Sources: Adapted after European Commission (2012), Public Finances in EMU, Eurostatand IMF staff calculations.

12. Local government budgets are bound by a balanced budget rule and a debt ceiling. Legislation requires that local governments’ budgets, excluding loans to finance investment and debt refinancing, must be balanced (“golden rule”). Moreover, local governments cannot contract or guarantee loans if their annual public debt service (principal payment, interest, commissions) including the loan they want to contract, is higher than 30 percent of their own revenue. From 2013, the budget of each government should be balanced, excluding investment projects financed by drawings on loans contracted before 2013. Loans contracted in 2013 were used to repay arrears.

13. Despite low local government debt, arrears have frequently accumulated. Local government debt is among the lowest in the European Union. However, many episodes of arrears accumulation occurred, particularly regarding EU-funded projects and in the health sector. The authorities deployed various ad-hoc measures to address this issue, including restricting local governments to contract new loans only to cover arrears payments and putting a cap on personnel hiring to allow budgetary room for arrears clearance. Hiring by local governments is based on population size.

D. The Proposal for Further Decentralization

14. The 2013 draft law aims at strengthening subsidiarity by identifying services to be shifted to local governments. The draft law indicates two main objectives: (i) to increase the quality and effectiveness of services provided to citizens by the transfer of powers from the central government to local authorities, and (ii) to strengthen the administrative capacity of administrative units to reduce disparities in economic development. While previous legislations were relatively broad, the 2013 draft law specifies a list of local directorates of key ministries that would be brought under the management of local authorities. This draft law also stipulates a timeline with a view to accelerate the decentralization process.4 Moreover, the draft law intends to improve EU funds absorption through a more fluid decision making process and stronger capacity at the local level.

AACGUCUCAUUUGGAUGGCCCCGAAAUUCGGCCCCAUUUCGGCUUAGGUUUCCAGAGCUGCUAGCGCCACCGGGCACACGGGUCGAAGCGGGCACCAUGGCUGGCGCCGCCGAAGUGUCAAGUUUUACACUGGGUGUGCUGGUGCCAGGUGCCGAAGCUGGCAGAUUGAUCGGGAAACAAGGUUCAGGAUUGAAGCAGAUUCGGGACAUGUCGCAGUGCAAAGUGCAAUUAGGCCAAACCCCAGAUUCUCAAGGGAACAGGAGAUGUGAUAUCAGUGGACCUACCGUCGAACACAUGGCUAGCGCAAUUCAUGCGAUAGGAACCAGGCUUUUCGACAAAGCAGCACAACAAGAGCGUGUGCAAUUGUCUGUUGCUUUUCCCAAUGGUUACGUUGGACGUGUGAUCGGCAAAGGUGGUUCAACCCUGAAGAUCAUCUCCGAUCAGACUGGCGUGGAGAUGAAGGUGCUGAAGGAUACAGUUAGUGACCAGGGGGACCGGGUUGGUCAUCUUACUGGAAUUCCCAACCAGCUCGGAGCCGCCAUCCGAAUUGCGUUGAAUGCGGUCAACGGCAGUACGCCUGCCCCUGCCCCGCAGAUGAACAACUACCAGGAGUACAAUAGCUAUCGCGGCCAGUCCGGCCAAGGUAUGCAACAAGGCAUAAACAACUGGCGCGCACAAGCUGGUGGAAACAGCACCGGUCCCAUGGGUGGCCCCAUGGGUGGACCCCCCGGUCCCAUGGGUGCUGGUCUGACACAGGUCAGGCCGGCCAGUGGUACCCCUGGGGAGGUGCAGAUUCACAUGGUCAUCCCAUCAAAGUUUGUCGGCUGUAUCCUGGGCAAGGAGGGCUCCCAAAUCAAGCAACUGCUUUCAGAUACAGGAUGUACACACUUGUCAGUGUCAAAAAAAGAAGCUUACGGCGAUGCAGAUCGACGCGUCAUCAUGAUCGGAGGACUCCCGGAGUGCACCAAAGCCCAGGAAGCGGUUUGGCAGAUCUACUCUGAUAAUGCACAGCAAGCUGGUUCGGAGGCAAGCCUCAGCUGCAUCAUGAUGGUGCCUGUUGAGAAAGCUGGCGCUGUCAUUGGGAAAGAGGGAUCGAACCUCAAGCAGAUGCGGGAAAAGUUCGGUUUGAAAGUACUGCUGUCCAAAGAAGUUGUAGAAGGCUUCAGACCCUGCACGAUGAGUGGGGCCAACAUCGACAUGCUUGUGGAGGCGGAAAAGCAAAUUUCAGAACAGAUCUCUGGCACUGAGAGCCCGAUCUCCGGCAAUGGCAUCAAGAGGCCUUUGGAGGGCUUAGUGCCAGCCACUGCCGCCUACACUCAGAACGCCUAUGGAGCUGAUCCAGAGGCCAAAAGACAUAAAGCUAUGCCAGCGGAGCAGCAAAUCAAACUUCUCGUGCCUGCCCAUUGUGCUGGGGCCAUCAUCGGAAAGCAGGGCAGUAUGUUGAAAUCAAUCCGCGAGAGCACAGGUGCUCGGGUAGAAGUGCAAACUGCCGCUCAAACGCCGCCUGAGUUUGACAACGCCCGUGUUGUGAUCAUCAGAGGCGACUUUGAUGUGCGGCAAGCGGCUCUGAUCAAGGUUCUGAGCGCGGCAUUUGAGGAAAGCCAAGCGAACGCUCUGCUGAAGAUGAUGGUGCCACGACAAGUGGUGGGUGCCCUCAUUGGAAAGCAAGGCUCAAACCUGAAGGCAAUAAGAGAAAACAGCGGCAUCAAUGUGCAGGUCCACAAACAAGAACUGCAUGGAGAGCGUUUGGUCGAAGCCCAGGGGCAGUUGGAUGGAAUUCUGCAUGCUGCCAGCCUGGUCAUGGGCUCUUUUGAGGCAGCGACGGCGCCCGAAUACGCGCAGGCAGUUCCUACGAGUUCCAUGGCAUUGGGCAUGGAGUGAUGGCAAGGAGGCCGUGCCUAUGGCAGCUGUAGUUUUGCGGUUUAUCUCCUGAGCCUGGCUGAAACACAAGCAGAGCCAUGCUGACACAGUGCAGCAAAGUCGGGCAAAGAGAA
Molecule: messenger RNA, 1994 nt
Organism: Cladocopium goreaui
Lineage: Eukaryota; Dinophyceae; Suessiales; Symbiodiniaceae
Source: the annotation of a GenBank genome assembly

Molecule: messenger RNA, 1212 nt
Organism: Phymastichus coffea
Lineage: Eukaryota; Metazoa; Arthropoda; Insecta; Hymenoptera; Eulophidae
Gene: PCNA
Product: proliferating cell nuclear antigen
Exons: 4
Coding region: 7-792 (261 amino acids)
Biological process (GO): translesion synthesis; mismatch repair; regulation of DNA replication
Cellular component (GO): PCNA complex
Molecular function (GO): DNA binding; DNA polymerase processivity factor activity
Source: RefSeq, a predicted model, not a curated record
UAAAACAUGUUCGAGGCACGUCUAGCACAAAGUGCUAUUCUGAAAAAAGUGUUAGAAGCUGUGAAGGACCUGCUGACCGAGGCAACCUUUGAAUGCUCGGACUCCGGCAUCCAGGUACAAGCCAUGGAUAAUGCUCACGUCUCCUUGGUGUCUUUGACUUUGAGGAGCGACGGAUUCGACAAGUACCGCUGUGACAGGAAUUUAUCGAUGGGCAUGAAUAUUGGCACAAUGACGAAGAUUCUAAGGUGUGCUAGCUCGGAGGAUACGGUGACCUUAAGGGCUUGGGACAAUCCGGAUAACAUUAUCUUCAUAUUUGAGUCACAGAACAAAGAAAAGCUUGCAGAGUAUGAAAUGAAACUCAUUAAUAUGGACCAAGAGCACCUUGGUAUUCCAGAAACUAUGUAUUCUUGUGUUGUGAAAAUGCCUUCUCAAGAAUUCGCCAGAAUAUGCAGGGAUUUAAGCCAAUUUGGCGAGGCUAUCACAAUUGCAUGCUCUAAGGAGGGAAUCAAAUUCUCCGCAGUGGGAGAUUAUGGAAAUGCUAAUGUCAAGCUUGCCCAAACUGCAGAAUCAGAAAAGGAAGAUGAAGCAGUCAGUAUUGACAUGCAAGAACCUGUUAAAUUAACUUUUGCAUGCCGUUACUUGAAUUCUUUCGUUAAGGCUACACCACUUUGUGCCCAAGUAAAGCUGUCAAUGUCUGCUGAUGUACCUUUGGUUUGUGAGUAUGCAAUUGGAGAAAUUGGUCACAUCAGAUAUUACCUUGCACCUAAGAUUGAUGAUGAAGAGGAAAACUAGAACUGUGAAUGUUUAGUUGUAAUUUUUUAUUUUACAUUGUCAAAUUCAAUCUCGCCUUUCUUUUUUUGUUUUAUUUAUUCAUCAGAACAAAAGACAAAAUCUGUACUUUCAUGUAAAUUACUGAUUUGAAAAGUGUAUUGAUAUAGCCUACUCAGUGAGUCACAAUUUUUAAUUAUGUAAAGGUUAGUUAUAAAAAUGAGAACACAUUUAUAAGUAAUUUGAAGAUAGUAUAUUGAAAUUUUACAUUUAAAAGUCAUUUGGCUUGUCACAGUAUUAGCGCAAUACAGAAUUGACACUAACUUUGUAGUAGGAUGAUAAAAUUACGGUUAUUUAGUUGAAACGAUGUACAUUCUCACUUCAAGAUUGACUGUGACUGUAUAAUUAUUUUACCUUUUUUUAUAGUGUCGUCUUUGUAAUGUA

15. In the proposal, revenue sharing would remain unchanged, and the new decentralized competences would be financed with additional transfers. No revision is envisaged for the methodology of sharing revenue between central government, counties, districts, cities, municipalities, and towns. The 2014 budget, which was adopted before the Constitutional Court took a decision on the decentralization legislation adopted by parliament, foresaw budgetary transfers from the ministries involved in the decentralization process to the local governments according to their respective additional competences. Those transfers would amount to about RON 674 million (or 0.1 percent of GDP), of which about half would be related to personnel expenditures and the other half to goods and services. The overall budget balance would not be impacted as the lower balance at the central level created by the transfers would be compensated by a similar higher balance at the local level.

Financing of Additional Decentralized Competences(Million lei)
in percent of GDP0.1
Source: Romanian Authorities.
Source: Romanian Authorities.